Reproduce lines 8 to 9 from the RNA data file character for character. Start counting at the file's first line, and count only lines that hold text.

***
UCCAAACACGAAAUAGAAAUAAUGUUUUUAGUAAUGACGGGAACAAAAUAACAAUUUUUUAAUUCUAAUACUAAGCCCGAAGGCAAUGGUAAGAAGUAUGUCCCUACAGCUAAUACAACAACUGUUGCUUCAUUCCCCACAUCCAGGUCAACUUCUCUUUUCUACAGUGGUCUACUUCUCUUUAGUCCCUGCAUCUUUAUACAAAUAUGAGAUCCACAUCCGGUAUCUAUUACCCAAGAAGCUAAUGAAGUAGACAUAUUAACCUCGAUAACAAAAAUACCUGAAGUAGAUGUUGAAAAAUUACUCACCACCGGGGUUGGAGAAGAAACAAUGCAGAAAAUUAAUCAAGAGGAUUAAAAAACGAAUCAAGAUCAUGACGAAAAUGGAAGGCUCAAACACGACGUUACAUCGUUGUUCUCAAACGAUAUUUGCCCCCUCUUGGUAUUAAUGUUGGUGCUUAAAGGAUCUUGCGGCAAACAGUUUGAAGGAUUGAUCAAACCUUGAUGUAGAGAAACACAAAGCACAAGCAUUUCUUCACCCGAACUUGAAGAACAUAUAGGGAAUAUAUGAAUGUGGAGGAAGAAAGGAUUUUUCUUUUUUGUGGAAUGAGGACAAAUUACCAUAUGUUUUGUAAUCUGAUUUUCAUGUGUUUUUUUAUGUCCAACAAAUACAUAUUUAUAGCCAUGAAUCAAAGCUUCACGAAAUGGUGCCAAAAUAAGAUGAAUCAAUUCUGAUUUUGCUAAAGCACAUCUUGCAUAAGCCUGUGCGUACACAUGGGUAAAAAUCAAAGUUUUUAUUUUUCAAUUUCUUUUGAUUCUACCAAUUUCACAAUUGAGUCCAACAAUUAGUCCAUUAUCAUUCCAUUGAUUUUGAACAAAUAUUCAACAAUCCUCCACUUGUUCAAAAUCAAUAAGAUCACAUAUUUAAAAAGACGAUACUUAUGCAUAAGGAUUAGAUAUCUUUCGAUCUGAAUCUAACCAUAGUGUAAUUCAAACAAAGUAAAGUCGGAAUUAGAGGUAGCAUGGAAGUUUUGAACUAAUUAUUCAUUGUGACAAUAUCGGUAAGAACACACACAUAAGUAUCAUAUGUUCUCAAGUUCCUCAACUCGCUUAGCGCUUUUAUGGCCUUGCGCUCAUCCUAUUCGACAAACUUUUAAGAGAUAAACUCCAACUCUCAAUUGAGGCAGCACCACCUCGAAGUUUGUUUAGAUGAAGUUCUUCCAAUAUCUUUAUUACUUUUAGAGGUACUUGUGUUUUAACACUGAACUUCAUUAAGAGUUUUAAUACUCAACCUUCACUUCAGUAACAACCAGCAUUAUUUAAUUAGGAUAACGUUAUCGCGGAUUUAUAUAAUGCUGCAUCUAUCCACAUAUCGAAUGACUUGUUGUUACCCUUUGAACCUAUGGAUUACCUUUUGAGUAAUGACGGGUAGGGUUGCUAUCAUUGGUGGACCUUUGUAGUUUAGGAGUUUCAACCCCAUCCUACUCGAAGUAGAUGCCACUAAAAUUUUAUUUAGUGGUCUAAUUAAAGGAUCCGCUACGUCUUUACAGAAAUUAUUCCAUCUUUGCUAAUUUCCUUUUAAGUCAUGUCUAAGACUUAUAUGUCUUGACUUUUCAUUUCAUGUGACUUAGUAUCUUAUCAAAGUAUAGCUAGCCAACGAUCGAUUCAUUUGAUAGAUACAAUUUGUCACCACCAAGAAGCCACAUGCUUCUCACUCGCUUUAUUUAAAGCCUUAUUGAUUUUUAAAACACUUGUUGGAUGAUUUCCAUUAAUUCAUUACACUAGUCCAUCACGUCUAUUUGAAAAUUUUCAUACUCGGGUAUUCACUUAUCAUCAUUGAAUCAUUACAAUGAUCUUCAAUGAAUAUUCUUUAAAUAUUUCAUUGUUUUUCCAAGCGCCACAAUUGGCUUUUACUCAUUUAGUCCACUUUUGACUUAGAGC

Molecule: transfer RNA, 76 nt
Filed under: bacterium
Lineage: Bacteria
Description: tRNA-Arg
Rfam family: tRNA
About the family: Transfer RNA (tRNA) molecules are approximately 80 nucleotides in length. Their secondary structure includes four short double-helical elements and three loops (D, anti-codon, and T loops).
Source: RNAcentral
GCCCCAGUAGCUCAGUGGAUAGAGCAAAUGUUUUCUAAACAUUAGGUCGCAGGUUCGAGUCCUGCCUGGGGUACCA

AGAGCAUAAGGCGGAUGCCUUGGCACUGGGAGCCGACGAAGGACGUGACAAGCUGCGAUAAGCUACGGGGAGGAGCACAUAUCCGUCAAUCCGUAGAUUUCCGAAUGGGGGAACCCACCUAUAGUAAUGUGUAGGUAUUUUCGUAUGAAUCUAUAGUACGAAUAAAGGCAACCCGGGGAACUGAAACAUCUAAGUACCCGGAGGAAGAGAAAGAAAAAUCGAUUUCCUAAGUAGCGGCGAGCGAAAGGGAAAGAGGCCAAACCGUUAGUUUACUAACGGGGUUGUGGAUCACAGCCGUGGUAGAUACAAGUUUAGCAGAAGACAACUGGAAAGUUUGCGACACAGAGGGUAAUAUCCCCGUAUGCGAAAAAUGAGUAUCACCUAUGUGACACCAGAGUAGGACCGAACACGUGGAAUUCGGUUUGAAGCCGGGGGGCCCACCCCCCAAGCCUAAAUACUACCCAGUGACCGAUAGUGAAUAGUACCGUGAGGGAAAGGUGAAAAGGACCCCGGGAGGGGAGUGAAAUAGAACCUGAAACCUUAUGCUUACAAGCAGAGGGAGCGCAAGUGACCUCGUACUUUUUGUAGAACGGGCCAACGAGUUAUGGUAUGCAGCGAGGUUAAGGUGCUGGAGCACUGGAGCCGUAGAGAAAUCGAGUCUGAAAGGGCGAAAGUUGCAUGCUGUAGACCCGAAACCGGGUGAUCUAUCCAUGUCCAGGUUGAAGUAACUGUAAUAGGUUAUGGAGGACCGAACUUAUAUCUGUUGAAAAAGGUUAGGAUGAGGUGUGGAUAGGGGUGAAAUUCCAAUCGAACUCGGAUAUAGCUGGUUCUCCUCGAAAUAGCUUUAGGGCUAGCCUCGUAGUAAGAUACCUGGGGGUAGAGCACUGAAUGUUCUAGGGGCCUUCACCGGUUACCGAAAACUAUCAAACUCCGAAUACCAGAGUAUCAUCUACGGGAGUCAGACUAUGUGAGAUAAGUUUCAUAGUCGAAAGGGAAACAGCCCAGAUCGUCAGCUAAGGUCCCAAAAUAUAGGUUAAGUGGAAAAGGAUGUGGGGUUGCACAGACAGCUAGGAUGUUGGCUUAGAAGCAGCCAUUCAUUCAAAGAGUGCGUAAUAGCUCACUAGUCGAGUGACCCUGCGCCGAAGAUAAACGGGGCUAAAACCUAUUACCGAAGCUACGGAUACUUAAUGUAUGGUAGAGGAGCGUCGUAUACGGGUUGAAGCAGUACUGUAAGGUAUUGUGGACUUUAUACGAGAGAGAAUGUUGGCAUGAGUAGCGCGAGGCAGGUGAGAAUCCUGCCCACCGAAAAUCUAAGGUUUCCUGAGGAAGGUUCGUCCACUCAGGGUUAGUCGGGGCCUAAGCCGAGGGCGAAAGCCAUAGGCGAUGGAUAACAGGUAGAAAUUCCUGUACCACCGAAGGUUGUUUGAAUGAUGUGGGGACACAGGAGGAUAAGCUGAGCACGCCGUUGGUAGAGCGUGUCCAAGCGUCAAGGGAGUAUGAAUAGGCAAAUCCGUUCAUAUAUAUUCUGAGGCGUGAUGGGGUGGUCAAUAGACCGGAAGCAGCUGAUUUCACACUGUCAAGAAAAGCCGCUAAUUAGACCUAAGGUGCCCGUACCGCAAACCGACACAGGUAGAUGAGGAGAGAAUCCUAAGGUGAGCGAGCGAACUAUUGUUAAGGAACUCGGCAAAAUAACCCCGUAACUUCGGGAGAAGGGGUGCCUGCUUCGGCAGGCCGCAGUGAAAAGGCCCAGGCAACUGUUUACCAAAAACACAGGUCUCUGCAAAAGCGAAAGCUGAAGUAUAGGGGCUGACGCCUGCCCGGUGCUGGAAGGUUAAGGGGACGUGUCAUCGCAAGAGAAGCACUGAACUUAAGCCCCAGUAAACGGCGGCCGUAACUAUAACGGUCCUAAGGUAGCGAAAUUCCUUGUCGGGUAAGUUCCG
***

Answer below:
Source: RNAcentral
GCCCCAGUAGCUCAGUGGAUAGAGCAAAUGUUUUCUAAACAUUAGGUCGCAGGUUCGAGUCCUGCCUGGGGUACCA